Wednesday, September 24, 2014

@AmyLewisAuthor on Inviting All Parts of Yourself to the Dinner Table #AmReading #Memoir

Integration: Inviting all parts of yourself to the dinner table

I am a chameleon; I’ve known for a long time. I sit across from someone, even a stranger, and within 60 seconds I can unconsciously read them and magically transform myself into what they want/expect/need me to be. This can make dating a nightmare when the day comes that they realize I am not that person. But otherwise, I don’t see this quality of mine as a problem. It’s allowed me to have a wide range of life experiences that have added flavor, texture and profound wisdom to my life. I no longer get confused about who I am, nor do I feel victim to my experiences. In a mystical way, I know I am none of these things and at the same time all of them. Being so open with my identity has led me down a lot of different winding paths – some open and expansive, some muddy and full of holes and some complete dead ends. I have been an athlete, a mental patient, a porn producer, a scholar, a self-mutilator, an abused wife, an actress, a widow, a divorcee and a single mom; I’ve made enough money to put me in the 1% club at times, and I’ve also lived in poverty.

Inside It’s taken me a long while, but I’ve gotten to a place where I don’t judge my past or the more socially unacceptable experiences I’ve had.  But I feared others would judge me, so I did a lot of hiding publically, keeping too many secrets, separating my life and friends into compartments. Social media became a bitch; I needed too many profiles to encompass my whole life, so I rarely participated. The truth, of course, was no one really cared; I wasn’t a celebrity and most people were probably too caught up in their own self-contained dramas. Still, it takes courage for quiet girls like me to say to all of your contacts – this is who I am. This has been my life. Having just published a memoir I am very in touch with the courage it takes to share your story that at times may be raw and puzzling to those you know.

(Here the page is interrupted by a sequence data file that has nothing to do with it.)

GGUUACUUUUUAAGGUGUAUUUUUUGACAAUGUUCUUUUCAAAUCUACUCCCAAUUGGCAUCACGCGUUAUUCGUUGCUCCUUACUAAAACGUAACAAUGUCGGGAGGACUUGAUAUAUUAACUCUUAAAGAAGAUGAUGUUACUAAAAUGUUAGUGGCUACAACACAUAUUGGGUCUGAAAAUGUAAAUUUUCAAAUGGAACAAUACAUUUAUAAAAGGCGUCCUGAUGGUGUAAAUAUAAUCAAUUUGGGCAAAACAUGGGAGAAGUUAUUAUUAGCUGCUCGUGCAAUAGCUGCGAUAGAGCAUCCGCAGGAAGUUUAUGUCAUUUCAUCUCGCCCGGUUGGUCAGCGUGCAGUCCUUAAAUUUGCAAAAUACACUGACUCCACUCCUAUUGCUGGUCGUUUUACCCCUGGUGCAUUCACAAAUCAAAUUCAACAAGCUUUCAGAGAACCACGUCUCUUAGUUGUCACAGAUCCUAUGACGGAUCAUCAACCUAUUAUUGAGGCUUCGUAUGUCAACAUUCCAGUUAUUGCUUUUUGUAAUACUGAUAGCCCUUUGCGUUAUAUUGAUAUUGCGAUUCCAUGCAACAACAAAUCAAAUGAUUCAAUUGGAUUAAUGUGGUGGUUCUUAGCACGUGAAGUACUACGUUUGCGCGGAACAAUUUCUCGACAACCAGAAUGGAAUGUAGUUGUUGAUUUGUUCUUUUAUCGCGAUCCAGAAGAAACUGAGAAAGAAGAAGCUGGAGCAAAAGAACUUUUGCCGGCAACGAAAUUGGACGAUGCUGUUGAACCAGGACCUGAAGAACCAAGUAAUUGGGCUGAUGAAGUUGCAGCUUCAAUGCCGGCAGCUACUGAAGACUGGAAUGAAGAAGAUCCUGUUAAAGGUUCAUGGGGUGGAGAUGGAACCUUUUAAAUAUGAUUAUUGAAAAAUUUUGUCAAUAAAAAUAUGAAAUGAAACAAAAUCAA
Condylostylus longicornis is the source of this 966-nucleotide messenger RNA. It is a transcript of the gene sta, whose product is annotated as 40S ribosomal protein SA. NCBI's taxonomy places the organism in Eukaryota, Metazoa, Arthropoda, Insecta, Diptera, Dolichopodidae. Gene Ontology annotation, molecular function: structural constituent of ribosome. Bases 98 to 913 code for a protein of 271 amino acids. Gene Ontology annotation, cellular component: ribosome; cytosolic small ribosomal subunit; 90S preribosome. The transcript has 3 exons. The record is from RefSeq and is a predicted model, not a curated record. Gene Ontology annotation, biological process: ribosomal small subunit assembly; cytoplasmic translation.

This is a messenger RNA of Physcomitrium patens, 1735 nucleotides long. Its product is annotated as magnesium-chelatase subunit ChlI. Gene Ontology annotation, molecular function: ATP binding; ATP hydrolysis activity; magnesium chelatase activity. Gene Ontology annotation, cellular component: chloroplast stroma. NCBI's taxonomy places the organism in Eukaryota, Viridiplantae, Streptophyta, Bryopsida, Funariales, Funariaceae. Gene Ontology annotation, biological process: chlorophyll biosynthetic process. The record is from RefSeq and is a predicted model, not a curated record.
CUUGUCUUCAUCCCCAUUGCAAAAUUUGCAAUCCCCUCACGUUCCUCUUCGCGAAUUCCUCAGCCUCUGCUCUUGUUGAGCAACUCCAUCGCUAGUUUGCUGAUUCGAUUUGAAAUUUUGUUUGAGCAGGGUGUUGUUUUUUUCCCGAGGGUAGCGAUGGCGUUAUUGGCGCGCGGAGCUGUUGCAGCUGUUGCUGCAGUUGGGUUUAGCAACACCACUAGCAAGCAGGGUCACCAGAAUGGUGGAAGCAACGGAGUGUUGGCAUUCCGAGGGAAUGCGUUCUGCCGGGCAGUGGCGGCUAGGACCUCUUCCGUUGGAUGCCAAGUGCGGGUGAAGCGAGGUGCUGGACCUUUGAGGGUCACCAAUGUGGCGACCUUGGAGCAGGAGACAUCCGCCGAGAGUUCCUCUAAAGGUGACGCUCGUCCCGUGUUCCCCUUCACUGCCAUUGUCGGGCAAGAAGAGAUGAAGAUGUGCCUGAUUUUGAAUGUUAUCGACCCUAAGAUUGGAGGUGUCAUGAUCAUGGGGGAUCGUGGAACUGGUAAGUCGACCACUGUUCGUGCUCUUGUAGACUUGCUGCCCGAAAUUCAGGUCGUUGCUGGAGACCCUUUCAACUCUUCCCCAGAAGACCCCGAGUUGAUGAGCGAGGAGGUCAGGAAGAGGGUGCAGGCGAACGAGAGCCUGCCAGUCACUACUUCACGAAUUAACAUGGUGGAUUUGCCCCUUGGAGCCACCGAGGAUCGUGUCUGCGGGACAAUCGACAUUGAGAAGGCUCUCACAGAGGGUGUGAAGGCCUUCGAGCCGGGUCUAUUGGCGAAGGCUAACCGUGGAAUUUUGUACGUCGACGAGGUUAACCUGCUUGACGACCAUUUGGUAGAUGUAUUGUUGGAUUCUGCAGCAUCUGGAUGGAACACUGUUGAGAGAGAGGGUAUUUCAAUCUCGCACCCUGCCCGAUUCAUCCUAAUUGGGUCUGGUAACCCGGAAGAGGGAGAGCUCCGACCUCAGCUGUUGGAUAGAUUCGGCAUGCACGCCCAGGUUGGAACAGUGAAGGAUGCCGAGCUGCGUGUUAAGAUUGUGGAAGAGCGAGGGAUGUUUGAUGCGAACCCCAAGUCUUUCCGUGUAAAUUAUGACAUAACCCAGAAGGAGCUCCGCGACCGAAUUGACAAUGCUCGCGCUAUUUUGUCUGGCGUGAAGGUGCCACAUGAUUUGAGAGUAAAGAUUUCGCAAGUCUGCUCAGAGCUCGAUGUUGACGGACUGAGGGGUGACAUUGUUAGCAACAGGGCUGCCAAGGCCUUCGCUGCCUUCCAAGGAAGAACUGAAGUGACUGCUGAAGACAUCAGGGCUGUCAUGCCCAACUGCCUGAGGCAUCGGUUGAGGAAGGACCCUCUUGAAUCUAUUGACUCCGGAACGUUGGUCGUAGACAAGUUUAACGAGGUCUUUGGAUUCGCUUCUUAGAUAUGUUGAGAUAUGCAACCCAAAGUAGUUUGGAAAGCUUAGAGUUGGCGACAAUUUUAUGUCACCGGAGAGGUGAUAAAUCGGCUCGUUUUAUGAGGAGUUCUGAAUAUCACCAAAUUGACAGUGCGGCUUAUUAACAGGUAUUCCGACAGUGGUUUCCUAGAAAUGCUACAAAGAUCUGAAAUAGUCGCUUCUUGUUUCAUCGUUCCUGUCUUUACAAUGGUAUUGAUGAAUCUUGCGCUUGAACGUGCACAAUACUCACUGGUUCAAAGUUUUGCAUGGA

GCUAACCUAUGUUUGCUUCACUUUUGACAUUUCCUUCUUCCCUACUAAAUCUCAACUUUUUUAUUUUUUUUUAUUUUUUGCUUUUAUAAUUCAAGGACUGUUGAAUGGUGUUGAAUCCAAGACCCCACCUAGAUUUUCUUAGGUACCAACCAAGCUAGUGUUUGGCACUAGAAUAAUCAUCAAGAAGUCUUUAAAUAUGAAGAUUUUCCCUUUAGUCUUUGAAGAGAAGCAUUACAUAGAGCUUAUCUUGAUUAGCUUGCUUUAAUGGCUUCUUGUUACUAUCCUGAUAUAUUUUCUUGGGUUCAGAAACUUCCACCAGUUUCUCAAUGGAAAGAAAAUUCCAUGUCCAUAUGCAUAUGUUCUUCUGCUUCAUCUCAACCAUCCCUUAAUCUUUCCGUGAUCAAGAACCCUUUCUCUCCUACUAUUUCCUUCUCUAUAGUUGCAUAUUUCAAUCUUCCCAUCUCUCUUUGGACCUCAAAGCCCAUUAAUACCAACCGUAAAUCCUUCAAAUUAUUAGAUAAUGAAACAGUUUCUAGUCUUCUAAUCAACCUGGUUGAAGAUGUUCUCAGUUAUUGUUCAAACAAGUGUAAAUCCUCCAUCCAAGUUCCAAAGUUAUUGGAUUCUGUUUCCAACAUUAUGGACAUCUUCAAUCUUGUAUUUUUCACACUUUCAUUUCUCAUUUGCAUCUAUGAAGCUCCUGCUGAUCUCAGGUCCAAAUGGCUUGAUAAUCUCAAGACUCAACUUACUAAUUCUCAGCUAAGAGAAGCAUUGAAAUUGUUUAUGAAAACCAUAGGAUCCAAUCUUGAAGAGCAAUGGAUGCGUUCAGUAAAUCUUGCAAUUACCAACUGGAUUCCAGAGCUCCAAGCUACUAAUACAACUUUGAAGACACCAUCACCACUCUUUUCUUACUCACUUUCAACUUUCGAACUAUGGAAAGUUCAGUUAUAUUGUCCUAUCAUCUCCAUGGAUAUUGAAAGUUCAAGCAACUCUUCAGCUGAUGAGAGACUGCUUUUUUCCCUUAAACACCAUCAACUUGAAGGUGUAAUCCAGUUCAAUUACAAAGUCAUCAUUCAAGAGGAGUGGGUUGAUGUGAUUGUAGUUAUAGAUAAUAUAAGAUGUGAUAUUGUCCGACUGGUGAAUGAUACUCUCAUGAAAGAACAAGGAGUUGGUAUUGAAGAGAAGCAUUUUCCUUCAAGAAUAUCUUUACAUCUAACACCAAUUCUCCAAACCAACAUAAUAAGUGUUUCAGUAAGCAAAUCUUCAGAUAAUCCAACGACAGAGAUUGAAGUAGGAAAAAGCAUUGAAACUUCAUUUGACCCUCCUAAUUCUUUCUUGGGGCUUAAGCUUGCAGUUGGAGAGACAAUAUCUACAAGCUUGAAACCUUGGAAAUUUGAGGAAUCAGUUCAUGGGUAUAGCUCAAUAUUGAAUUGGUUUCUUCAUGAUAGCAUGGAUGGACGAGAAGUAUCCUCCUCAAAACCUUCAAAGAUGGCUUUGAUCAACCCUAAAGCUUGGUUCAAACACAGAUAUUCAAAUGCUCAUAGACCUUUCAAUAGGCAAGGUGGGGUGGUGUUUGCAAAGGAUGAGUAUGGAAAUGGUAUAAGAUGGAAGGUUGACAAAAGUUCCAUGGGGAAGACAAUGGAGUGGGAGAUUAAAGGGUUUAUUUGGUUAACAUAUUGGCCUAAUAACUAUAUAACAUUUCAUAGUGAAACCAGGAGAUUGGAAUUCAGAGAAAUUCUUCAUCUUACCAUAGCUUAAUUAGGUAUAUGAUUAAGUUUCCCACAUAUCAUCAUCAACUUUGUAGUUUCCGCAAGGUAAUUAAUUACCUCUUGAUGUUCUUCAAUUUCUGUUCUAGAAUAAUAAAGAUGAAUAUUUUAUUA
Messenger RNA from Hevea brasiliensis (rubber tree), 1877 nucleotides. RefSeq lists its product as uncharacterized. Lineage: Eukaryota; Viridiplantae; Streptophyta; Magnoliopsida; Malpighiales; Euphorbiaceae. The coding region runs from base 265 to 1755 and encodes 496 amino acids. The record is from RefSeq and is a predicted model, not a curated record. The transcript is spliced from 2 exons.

Ultimately people will think what they think, the only judgments that matter are my own.  And I’ve had a lot of judgments about myself, about the dark moments of my life. I’m learning to let those go. It takes a lot of time. I want to sit at a giant dining table and feast with all parts of me – the parts that look so gorgeous and the parts that look desperate, ugly and afraid. All parts of me are invited to this luscious, colorful feast that I call my life.


Diagnosed with Borderline Personality disorder, Amy struggled with depression and an addiction to sharp objects. Even hospitalization didn't help to heal her destructive tendencies. It took a tumultuous relationship with a man named Truth to bring her back from the depths of her own self-made hell.Amy's marriage to dark, intriguing Truth was both passionate and stormy. She was a fair-skinned southern girl from New Orleans. He was a charming black man with tribal tattoos, piercings, and a mysterious past. They made an unlikely pair, but something clicked. During their early marriage, they pulled themselves out of abject poverty into wealth and financial security practically overnight. Then things began to fall apart.

 Passionate and protective, Truth also proved violent and abusive. Amy’s own self-destructive tendencies created a powerful symmetry. His sudden death left Amy with an intense and warring set of emotions: grief for the loss of the man she loved, relief she was no longer a target for his aggression.

Conflicted and grieving, Amy found herself at a spiritual and emotional crossroads, only to receive help from an unlikely source: Truth himself. Feeling his otherworldly presence in her dreams, Amy seeks help from a famous medium.

Her spiritual encounters change Amy forever. Through Truth, she learns her soul is eternal and indestructible, a knowledge that gives Amy the courage to pursue her own dreams and transform herself both physically and emotionally. Her supernatural encounters help Amy resolve the internal anger and self-destructive tendencies standing between her and happiness, culminating in a sense of spiritual fulfillment she never dreamed possible.

An amazing true story, What Freedom Smells Like is told with courage, honesty, and a devilishly dark sense of humor.

Buy Now @ Amazon
Genre – Memoir
Rating – PG-13
More details about the author
Connect with Amy Lewis through Twitter


Post a Comment

Back to top!